This weekend, British newspaper The Sunday Times and German TV station ARD published a joint investigation about blood-test data taken between 2001 and 2012 from 5,000 elite track and field athletes around the world. (You can read the Sunday Times’s report here, or watch ARD’s documentary here.) The report contains a trove of disturbing information about the number of athletes likely taking performance enhancing drugs, and the extent to which the IAAF may have ignored it. Here’s what you need to know:
What’s in the data? Hajo Seppelt, the ARD journalist who has previously reported on doping in track and field, obtained the database and sent it to the Sunday Times for analysis. They recruited two prominent biological passport experts, Robin Parisotto and Michael Ashenden, to analyze the files for the types of abnormalities that may indicate doping. Parisotto and Ashenden found that around 800 of the samples, or 16 percent, showed evidence of blood manipulation—likely EPO use or blood transfusions. That number confirms other research on doping in track and field: in 2011, a scientist named Pierre-Edourd Sottas analyzed 7,000 blood test samples and found that 14 percent showed evidence of doping.
The best runners cheat more. (Or more likely, cheating makes you fast.) The Times’s analysis found higher concentrations of dopers when they looked at medalists from the Olympics or World Championships. One-third of the medalists had recorded suspicious values at some point in their careers, and one-sixth recorded highly suspicious values.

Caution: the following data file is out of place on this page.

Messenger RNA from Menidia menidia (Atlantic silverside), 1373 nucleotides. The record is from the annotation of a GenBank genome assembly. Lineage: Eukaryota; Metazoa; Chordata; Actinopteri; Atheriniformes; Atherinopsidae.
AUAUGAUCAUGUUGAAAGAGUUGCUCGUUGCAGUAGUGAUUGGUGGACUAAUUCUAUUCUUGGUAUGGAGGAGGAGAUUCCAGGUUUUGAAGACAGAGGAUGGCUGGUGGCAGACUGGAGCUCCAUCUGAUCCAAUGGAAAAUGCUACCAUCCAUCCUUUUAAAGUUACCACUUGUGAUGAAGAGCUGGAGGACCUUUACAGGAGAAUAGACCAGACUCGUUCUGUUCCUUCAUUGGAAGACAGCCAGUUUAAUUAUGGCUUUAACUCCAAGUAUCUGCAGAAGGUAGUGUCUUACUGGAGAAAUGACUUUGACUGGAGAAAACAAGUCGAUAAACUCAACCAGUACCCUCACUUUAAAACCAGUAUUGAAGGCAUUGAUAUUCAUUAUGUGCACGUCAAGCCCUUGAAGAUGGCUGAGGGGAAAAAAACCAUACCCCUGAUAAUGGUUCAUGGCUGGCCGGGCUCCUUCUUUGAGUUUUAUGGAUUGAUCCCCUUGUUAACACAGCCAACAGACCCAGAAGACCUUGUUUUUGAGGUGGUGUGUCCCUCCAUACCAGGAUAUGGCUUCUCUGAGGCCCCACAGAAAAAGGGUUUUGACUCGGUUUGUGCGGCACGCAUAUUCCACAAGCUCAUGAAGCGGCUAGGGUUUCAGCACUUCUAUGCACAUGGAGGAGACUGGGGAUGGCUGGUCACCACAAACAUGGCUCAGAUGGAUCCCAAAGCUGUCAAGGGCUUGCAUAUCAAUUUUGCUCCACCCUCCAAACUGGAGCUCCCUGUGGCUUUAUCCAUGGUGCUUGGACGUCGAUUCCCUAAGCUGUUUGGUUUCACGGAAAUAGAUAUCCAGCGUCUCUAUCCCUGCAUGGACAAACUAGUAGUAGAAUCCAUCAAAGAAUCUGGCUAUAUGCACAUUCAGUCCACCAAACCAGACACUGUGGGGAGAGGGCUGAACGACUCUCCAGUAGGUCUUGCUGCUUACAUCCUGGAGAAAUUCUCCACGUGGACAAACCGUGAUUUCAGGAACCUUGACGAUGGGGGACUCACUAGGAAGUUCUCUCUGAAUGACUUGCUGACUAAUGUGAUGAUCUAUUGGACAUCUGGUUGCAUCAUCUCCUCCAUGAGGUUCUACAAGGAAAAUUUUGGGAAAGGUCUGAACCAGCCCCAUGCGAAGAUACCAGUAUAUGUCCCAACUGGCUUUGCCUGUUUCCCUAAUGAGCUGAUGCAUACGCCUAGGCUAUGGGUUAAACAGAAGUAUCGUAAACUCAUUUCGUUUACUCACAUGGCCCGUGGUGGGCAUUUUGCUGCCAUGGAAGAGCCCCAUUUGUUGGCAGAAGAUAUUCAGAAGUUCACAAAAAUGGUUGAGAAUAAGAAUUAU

Eastern Europe has problems. When Parisotto and Ashenden looked at where the dopers came from, they found big differences in the countries from which the samples came. Thirty percent of the Russians who submitted samples—and eighty percent of the Russians who won medals—showed signs of cheating. (Sottas also found that doping varied significantly by region.) Some countries came out looking pretty good: only 4 percent of British athletes appeared to be doped, and 5 percent of Americans. New Zealand had the lowest number, at 2 percent. Kenya, which dominates marathon running, came in at 11 percent.
Milers have problems, too. Of the 54 medals awarded in the 1,500 meters, 29 went to runners flagged by Parisotto and Ashenden. The next worse event was race walking, which is dominated by Russia, with 28 tainted medals. Interestingly, there were relatively fewer dopers in the longer events: 15 apiece among 5,000 meter, 10,000 meter, and steeplechase runners, and only six among marathoners.